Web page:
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Re: So, the good fairy drops in ...

Gently speking,

I beleive Elmer Keith quoted McGivern as saying only the S&W M&P revolver was fast enough to to the type of shooting he did.

Mr. Hoover is greatly hated by the left these days... curiously the things the accuse him of for the most parts are things they tell us are ok or even "normal."

None of the things they say are true of Mr. Hoover are proved... nothing more than character assasination pure and simple... the left hates his believe in the United States, in law and order and his religion.

He had S&W Registered Magnum #1.

FWIW

Chuck
 

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Re: So, the good fairy drops in ...

The reason there IS both a Colt and a S&W, is because people like McGivern and J. Edgar have preferences, and make personal choices.

McGivern favored the S&W trigger action, but he also owned and shot Colt's.

The FBI issued many Colt's over the years, and during the 50's through the late 70's the "in" pistol at the FBI was the 2 1/2" Colt Python.

As a number of writers have stated, you'll notice that all the charges about Hoover's being a gay, cross-dresser, total nut job; weren't written down until AFTER he was safely dead.

As Ann Coulter said in her book "Treason", any writer who could have proven that Hoover was gay or a cross-dresser would have been given a Pulitzer prize INSTANTLY, they hated him so badly.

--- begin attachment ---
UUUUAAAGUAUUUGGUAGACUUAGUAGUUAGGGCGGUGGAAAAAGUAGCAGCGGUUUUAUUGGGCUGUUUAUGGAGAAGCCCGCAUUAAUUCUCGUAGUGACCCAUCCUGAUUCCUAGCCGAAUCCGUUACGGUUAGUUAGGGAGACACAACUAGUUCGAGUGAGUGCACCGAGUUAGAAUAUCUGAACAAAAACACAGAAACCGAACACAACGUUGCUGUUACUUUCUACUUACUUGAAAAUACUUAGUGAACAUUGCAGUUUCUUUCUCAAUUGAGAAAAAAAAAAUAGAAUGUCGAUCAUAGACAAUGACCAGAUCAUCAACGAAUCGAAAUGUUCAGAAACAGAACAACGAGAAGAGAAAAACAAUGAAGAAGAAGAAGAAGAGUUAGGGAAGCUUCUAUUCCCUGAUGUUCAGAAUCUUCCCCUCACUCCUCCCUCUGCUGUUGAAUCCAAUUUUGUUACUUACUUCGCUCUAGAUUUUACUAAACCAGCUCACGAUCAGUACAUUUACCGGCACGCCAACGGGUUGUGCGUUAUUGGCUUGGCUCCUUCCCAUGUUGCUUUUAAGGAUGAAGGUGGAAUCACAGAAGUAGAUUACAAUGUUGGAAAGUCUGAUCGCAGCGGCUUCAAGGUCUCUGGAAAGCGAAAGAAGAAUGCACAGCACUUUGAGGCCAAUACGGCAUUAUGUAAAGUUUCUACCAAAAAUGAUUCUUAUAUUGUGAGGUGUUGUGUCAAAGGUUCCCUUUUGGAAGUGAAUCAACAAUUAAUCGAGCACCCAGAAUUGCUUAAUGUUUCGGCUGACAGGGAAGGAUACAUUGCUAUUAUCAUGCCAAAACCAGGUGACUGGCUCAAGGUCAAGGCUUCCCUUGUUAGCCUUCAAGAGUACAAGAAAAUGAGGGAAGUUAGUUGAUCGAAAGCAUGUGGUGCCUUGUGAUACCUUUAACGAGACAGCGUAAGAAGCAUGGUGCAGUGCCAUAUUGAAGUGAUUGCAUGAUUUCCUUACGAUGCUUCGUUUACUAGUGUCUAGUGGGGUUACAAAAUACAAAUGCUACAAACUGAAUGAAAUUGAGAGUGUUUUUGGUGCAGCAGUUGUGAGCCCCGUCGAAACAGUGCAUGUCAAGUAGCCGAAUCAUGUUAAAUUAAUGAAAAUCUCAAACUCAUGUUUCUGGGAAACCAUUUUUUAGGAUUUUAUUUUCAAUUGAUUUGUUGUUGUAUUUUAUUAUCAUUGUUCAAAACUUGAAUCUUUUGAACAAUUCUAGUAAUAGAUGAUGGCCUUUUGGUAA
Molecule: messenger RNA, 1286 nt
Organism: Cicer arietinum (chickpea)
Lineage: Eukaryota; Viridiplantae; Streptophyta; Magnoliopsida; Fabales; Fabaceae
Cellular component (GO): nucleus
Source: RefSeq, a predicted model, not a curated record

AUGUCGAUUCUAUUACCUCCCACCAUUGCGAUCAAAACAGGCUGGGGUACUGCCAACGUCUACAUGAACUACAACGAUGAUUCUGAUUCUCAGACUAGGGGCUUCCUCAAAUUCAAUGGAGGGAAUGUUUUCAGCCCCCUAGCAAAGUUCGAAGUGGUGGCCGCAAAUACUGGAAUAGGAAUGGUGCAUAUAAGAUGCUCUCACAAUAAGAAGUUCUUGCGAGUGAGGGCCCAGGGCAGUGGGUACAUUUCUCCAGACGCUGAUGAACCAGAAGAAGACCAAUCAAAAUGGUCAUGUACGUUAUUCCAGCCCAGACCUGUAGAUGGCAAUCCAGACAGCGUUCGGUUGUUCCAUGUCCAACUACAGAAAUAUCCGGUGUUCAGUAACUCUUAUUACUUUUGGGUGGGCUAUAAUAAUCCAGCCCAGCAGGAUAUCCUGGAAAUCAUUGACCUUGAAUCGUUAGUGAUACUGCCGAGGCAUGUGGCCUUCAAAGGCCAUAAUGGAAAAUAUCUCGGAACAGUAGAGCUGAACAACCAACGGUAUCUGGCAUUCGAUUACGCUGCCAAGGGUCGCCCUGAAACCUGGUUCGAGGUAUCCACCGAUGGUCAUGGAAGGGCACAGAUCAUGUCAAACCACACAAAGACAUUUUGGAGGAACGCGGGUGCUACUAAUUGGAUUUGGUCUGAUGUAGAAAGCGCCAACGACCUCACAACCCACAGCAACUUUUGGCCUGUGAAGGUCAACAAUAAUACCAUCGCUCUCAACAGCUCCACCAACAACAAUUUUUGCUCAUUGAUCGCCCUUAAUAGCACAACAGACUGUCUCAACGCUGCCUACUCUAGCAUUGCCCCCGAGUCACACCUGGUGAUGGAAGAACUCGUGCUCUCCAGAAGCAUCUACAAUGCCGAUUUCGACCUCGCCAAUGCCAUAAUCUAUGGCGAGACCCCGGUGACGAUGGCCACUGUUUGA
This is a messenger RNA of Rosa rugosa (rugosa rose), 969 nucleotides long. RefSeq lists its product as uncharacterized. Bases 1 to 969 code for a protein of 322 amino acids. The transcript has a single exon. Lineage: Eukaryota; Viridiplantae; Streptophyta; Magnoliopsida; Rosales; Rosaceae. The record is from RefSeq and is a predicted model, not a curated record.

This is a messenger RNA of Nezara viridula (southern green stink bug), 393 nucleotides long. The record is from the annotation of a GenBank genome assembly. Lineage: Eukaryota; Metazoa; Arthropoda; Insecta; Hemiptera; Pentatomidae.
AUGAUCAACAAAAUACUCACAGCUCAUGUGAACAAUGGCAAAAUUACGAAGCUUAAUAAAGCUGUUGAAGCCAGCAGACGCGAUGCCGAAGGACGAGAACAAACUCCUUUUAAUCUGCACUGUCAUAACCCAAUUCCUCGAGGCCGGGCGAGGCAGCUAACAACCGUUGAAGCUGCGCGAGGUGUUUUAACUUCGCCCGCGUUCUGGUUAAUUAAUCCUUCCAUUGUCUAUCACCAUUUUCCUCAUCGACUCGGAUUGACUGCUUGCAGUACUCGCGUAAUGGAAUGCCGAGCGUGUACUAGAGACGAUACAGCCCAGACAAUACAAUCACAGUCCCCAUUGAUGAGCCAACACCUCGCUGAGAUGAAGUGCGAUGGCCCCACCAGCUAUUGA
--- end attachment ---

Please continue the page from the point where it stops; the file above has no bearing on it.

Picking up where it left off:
The truth is, the very people who knew him best, (and often hated him the most) were the FBI headquarters people. ALL of them say these stories are total BS.

J. Edger Hoover was simply one of those odd people who devote 100% of their life to their work. Hoover built the most powerful police agency in history, and that process left no room for anything else.
That doesn't make him gay, just sad or dedicated, depending on your point of view.
 

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Discussion Starter · #8 ·
Re: So, the good fairy drops in ...

I guess we're talking, "mighty good guns," from whomever. I got to shoot a 2 1/2" Python once and thought it was fantastic! At the time, I was using a 4" Python as my police duty gun. The, "shortie," came from a, "bad guy," and soon took up residence in the evidence locker. I got permission, once, to take it out and shoot it. I always wanted to use it on the PPC course we shot at the time and see what would happen but never got the chance. J. Edgar's gun, I guess, would have been a pre-27 .357 with a 3 1/2" - no? I know it's a Smith and I'm a Colt fan but I'd find the money to buy one of those if it popped up, "Way out west in Kansas!"